by Virali Dave
Truth be told, I don’t really watch award shows. No big reason why; they’re just not for me. But when my family decided to watch the 88th Academy Awards, I plopped on the couch and joined in.
While eating some homemade khichdi like the true brown girl I am, I heard Chris Rock speaking and I actually wanted to pay attention to what was going on. And boy, am I glad I did because that man is brilliant. I found myself nodding emphatically to his opening monologue, and when he pointed out how ridiculous it is to separate winners by sex, I began yelling at the screen, “YAAAS, that is what I’ve been saying!”
While there were a handful South Asians representing us—Priyanka Chopra, Mindy Kaling, Dev Patel, Sharmeen Obaid and Asif Kapadia—there are hardly ever any South Asian or South Asian-American nominees or winners at any mainstream U.S. award show, so it was a unique night for us brown folk.
But the thing is—diversity goes beyond black and white. Diversity is inclusive. Diversity is intersectional.
And as Rock’s performance continued throughout the night, he surely spoke a lot about the white and black differences, but also made some blatantly racist jokes about Asians and Asian-Americans—jokes that brought forth model minority beliefs. Brilliantly covered by this open letter on the Huffington Post Blog, a black comedian focusing on how Hollywood is racist perpetuated racist ideology in the entertainment industry.
As Anthony Berteaux writes in his “Dear Chris Rock, Your Asian Joke Wasn’t Funny” piece:
‘Here we have an unfortunate and outrageous case where a black comedian, in the midst of his crusade to skewer Hollywood for being racist and exclusionary towards people of color, went on stage to millions of American viewers and made fun of three Asian children on the sole basis of their race.
The worst part is: people laughed. The audience, the viewers, producers and Rock himself, reveled in their own conscious approach to black exclusion from the arts, and yet targeted a minority that is often perceived as being “submissive” and “obedient.” In a bit that lasted a mere 45 seconds, audiences across America were implicitly told by Rock and the laughter that followed that racism in the arts wasn’t to be tolerated — except when people want to laugh about Asians.’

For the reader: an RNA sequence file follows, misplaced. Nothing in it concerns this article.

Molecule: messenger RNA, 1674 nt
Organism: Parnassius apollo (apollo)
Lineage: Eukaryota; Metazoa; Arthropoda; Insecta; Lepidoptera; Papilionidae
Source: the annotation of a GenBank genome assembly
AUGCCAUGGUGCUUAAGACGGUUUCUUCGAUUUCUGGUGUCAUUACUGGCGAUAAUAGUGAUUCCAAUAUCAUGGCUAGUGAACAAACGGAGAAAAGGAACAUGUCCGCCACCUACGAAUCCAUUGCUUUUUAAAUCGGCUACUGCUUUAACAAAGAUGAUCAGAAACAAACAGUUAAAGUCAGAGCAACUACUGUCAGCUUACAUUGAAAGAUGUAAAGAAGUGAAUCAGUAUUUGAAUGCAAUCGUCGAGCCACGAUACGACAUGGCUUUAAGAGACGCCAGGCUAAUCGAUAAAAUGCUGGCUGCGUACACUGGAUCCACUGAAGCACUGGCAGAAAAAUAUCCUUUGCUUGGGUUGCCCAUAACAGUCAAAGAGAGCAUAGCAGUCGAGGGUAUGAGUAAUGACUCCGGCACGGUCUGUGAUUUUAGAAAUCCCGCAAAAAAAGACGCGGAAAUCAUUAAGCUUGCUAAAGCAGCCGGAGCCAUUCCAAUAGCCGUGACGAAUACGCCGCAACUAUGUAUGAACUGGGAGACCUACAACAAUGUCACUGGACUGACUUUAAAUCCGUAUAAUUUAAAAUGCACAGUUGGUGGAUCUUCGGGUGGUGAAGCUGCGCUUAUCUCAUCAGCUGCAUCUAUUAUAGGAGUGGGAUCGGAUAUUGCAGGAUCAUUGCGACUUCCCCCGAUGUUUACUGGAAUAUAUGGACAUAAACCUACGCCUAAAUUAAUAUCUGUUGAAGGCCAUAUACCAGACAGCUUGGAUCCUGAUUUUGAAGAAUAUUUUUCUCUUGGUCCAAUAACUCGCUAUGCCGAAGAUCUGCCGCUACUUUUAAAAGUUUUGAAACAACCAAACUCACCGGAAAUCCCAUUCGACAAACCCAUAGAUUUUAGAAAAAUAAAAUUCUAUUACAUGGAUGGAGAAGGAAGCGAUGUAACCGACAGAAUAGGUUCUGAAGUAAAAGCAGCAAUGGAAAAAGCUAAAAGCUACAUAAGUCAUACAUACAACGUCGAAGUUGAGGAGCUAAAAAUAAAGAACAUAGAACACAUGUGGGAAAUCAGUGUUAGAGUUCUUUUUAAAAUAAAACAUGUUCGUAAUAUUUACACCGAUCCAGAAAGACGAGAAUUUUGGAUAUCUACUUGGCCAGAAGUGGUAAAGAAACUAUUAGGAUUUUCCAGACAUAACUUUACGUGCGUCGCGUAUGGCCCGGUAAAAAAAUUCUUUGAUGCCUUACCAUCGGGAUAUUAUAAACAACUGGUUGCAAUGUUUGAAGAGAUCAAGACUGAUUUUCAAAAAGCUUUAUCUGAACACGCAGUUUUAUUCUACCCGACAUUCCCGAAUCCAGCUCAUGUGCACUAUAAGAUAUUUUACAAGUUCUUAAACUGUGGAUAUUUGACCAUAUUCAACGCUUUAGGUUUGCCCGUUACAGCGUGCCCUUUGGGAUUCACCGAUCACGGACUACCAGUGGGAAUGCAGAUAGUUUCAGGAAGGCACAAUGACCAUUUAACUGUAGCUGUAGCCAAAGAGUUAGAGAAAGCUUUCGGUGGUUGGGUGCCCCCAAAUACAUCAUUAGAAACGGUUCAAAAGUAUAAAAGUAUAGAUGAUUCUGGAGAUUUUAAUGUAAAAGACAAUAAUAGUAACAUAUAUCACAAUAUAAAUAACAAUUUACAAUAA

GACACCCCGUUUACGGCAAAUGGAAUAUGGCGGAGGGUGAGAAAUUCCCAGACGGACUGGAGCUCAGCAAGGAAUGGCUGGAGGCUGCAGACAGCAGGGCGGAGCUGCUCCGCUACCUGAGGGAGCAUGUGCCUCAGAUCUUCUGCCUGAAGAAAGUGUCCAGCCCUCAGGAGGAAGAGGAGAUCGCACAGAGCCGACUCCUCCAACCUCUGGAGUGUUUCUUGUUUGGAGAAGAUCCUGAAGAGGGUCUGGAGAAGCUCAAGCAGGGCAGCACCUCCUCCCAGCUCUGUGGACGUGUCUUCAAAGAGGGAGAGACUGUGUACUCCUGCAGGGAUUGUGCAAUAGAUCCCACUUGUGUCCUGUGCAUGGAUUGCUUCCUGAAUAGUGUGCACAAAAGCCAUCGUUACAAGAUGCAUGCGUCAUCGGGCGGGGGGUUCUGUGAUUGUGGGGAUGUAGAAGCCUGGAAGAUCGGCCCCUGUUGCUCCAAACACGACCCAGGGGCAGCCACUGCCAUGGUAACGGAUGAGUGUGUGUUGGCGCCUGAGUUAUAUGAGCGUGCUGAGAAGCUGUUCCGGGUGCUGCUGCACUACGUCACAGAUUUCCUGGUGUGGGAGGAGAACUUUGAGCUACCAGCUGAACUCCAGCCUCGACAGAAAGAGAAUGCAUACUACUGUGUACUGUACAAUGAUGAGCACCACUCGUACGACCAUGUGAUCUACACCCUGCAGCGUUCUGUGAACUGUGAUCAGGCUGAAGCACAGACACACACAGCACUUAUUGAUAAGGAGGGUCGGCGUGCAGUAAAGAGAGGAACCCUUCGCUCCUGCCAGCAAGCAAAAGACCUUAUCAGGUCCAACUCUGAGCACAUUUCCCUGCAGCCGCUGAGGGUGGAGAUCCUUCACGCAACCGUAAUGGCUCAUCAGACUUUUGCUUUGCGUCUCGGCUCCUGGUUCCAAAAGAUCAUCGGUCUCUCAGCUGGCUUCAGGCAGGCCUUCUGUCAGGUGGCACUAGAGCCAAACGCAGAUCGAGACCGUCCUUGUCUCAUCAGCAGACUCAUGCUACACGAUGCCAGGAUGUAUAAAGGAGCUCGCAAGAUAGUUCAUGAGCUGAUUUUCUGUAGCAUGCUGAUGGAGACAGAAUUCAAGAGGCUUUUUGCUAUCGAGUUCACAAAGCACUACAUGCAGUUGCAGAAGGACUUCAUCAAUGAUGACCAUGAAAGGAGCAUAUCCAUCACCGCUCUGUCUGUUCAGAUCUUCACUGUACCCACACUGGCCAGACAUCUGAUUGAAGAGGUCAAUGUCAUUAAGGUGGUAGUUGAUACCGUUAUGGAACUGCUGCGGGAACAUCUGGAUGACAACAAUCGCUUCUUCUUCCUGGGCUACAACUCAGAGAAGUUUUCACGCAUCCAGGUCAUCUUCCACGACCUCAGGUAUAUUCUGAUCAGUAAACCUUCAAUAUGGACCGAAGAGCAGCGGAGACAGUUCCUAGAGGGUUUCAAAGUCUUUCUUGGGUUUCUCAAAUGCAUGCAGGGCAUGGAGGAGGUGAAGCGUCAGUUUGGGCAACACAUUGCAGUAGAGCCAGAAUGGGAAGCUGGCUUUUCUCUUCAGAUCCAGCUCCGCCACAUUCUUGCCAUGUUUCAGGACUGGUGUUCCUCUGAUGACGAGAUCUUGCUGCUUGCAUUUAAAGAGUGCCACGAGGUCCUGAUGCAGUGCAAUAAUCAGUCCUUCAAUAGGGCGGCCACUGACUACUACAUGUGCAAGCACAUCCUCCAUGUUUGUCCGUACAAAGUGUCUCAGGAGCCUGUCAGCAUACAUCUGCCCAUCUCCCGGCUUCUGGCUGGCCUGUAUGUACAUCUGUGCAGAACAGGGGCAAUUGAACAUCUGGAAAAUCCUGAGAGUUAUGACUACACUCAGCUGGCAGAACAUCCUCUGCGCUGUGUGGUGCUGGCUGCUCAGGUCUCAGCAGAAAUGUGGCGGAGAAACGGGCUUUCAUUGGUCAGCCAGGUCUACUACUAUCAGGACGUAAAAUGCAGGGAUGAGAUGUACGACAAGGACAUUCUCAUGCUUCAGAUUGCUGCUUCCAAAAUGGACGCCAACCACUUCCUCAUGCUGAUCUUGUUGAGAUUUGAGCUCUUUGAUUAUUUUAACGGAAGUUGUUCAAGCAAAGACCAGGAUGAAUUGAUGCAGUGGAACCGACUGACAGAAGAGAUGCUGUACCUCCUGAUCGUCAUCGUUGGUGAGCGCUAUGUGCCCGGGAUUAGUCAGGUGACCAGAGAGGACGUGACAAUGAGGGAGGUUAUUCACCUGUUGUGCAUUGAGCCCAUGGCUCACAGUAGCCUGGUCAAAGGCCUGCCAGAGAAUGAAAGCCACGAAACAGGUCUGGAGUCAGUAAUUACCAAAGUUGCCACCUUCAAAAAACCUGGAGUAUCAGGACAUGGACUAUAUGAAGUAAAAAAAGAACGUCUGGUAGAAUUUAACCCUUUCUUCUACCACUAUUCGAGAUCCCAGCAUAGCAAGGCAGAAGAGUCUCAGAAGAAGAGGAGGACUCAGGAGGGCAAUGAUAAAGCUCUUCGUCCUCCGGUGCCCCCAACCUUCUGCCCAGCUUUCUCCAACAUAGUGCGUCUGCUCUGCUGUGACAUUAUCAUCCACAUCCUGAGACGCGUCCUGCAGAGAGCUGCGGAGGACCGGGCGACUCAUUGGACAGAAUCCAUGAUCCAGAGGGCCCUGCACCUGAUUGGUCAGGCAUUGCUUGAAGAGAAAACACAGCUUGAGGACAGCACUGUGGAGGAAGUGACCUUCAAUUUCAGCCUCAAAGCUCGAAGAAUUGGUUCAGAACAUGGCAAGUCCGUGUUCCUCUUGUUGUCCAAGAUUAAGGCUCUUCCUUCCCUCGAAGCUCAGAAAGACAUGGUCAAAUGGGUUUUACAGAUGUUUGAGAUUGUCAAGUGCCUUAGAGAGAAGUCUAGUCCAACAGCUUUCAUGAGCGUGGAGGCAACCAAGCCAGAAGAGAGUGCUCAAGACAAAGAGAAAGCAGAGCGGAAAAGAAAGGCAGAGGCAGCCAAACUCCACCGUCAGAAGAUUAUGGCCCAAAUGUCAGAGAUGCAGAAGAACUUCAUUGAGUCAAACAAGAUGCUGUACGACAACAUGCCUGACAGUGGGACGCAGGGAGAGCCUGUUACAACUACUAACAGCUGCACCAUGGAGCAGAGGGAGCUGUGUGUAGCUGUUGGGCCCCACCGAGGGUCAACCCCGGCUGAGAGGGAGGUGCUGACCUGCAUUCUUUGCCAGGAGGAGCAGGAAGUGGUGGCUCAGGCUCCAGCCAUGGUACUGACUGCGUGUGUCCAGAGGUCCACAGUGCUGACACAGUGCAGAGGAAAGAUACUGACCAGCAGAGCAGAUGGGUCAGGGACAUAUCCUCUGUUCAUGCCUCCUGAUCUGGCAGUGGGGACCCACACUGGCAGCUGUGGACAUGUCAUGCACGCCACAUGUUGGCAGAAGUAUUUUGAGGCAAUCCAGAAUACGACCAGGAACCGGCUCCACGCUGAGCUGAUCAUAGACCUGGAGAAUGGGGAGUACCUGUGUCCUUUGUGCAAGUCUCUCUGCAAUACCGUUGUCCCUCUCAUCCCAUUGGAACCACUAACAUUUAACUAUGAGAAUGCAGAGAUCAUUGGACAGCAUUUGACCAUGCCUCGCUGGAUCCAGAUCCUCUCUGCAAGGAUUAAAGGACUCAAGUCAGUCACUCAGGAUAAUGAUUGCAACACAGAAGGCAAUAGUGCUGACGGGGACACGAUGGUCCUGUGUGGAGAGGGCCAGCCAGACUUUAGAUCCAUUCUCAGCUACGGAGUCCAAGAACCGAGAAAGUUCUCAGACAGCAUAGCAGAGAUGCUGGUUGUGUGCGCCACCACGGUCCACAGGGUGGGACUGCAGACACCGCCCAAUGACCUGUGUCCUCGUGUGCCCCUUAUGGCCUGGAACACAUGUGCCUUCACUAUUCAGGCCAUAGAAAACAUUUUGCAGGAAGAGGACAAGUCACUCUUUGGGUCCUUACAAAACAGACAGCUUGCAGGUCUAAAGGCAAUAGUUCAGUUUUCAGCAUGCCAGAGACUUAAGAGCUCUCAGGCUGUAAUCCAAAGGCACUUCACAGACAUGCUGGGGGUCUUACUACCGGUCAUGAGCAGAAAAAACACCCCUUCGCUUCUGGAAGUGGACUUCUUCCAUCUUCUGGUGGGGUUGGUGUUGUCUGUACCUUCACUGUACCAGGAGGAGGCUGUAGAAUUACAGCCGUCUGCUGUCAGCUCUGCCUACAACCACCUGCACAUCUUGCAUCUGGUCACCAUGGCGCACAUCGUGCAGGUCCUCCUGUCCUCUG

As I’m writing this for Brown Girl Magazine, I am studying abroad in Hyderabad, India, where I should be studying for an exam I have in a class called Communication and Social Change. But, I took a quick break to spend quality time with my chacha and chachi and when Rock spoke, I stopped what I was doing— when he finished, I opened my laptop.
And this was the first thing I saw:
Let’s digress for a second and mention the Brown Holy Trinity: Aziz Ansari, Kaling, and now Chopra. These three South Asian actors are taking Hollywood by storm—there’s no denying that. And I love them all. But the fact that they’ve become so mainstream is indicative of two things: one, historically, South Asians are rarely seen on television, and if they are, it’s extremely biased and/or stereotyped.
So, it’s exciting to see representation, it’s exciting to see a brown girl kicking ass at Quantico and to see a brown boy talking about the problems Indian-Americans face day-to-day, but is this enough?
Getting back to those notes: whenever I think about issues that South Asians face, I can’t help but feel bogged down by the people who don’t care. Friends, family, and strangers—South Asians or not—there are so many people who don’t realize how much representation matters. I think the accommodation of racism that this lack of representation demonstrates, the kind of racism that Rock talks about, is proof of just that. The victims of those representations start to internalize what they are told about themselves. They stop seeing themselves as important, as needing to be up on that stage just as much as anyone.
But artists like Ansari and Rock prove that we need to care. If we don’t talk about these issues, who will? If we don’t stand up for ourselves, who will?
On Sunday night, Rock said:
“We want opportunity. We want the Black actors to get the same opportunities as white actors—that’s it.”
I’d love to see the same opportunities for South Asians in the film industry as well.
Whenever my friends and I get into a heavy discussion about racism or sexism, I say this: We talk and write because it matters. Twenty years ago, this conversation might not have happened. Maybe twenty years from now, it won’t need to.